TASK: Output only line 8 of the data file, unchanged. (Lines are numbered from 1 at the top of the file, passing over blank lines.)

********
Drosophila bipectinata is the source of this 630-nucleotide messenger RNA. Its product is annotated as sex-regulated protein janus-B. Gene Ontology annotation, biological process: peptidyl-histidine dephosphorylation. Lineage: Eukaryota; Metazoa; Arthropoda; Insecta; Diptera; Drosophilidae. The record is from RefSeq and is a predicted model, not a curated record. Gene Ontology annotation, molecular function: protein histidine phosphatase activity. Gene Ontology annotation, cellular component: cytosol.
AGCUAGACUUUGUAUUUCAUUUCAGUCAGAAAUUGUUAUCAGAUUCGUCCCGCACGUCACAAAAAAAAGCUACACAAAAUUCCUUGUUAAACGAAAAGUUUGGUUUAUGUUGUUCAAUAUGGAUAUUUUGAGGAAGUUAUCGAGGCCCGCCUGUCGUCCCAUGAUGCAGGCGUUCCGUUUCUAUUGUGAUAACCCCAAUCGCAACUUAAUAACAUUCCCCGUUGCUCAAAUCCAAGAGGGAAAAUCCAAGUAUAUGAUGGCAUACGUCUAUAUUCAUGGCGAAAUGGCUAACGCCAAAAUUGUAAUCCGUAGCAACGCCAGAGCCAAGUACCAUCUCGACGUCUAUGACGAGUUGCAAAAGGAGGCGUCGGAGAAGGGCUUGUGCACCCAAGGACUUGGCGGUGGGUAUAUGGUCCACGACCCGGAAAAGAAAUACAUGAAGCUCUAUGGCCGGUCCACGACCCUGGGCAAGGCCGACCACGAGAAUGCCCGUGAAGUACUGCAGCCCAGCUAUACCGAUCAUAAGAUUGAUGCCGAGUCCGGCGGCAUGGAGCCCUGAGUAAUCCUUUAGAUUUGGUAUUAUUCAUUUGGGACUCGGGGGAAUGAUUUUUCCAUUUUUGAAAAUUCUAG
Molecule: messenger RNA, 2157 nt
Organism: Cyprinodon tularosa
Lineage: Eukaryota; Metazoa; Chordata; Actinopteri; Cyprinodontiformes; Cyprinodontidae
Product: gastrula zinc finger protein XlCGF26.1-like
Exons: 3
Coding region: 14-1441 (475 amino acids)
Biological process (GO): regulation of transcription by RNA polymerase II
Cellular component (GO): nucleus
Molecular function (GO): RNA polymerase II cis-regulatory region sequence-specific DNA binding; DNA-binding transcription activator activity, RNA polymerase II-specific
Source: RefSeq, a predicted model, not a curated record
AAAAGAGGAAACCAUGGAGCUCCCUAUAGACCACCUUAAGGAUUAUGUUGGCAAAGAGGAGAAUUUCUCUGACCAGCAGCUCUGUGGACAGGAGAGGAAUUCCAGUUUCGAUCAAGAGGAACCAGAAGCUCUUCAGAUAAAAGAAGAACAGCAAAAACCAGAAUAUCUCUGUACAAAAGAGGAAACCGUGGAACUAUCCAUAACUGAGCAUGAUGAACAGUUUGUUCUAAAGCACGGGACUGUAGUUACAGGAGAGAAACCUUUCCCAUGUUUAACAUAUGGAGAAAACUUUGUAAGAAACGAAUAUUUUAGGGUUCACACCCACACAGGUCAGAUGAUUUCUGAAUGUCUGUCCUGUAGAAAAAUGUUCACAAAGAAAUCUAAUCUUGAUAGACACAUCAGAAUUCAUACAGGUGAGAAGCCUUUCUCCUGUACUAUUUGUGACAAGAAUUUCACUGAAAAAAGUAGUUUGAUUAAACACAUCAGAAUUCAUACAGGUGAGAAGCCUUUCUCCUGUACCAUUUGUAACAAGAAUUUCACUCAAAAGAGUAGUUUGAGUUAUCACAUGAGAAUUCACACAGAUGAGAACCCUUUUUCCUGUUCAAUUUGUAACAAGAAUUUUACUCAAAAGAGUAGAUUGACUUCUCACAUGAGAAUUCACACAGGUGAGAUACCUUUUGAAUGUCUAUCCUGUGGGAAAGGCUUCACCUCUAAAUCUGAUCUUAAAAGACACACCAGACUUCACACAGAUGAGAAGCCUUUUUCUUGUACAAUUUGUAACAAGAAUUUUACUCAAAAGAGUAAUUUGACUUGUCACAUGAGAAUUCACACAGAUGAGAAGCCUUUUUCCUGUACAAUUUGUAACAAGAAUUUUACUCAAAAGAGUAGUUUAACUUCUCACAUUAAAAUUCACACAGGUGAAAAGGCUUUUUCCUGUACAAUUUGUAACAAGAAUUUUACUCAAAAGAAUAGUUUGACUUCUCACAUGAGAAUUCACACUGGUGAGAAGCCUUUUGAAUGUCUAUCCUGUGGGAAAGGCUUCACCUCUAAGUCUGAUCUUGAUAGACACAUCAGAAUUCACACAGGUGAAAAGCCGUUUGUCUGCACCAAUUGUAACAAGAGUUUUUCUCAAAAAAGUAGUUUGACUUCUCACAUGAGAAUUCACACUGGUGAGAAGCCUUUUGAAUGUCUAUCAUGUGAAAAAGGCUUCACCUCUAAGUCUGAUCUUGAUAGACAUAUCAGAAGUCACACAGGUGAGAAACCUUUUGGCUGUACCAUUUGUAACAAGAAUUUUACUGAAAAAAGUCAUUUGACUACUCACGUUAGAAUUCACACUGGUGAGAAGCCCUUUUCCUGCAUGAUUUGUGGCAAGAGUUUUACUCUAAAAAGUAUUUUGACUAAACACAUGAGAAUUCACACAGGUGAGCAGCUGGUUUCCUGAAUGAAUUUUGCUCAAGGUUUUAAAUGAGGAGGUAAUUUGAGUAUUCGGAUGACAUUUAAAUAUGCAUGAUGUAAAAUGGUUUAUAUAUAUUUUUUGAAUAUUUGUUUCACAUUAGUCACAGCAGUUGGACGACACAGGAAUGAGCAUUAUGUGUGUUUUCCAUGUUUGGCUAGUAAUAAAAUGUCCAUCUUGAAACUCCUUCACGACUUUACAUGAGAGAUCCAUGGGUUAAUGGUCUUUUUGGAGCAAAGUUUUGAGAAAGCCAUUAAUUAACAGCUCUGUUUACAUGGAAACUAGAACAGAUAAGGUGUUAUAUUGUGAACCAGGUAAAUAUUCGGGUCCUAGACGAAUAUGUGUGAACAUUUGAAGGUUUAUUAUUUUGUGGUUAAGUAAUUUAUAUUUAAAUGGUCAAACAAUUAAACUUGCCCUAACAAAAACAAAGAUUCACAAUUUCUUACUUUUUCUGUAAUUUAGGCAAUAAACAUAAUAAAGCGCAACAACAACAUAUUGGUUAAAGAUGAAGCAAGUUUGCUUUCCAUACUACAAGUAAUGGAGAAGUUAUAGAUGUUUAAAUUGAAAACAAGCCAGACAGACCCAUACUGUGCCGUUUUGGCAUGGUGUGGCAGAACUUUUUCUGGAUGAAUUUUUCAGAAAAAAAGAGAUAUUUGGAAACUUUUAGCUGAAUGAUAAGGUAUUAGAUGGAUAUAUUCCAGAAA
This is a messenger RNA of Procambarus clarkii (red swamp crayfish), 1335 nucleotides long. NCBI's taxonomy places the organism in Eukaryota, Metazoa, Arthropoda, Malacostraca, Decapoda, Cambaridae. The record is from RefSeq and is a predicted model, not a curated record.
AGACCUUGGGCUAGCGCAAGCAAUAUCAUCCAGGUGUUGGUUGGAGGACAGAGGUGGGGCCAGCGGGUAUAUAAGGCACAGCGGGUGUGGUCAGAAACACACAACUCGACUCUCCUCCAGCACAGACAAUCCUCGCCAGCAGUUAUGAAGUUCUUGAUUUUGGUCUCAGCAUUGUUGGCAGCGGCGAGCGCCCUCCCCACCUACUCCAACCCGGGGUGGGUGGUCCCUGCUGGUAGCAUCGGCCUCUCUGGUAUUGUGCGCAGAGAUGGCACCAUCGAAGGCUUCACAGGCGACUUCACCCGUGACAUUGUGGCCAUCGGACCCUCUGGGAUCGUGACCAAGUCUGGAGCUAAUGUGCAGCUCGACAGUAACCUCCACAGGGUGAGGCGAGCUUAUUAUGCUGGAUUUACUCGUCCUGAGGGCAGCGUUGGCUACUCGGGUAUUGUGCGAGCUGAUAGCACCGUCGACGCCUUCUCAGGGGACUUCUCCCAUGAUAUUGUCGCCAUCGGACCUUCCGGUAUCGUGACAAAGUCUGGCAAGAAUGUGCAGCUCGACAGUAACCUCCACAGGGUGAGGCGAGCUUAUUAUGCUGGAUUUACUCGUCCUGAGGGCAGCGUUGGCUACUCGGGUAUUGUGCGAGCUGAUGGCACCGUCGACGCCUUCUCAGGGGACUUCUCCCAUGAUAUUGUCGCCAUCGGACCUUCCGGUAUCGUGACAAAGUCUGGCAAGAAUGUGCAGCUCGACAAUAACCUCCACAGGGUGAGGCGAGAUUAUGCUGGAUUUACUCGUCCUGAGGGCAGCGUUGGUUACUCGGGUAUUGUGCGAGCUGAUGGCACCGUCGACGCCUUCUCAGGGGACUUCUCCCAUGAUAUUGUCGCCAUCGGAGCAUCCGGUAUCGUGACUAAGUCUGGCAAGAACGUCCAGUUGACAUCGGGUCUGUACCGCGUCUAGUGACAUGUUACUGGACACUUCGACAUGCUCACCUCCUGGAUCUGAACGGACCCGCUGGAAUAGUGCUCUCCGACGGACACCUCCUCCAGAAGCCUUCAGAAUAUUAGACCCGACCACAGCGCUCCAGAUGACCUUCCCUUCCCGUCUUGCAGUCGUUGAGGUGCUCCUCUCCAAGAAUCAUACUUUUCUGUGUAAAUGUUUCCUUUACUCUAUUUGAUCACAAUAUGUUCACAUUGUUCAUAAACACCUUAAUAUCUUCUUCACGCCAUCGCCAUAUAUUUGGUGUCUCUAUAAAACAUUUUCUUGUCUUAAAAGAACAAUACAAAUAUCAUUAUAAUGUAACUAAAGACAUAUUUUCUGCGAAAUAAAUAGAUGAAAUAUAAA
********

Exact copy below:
Coding region: 14-1441 (475 amino acids)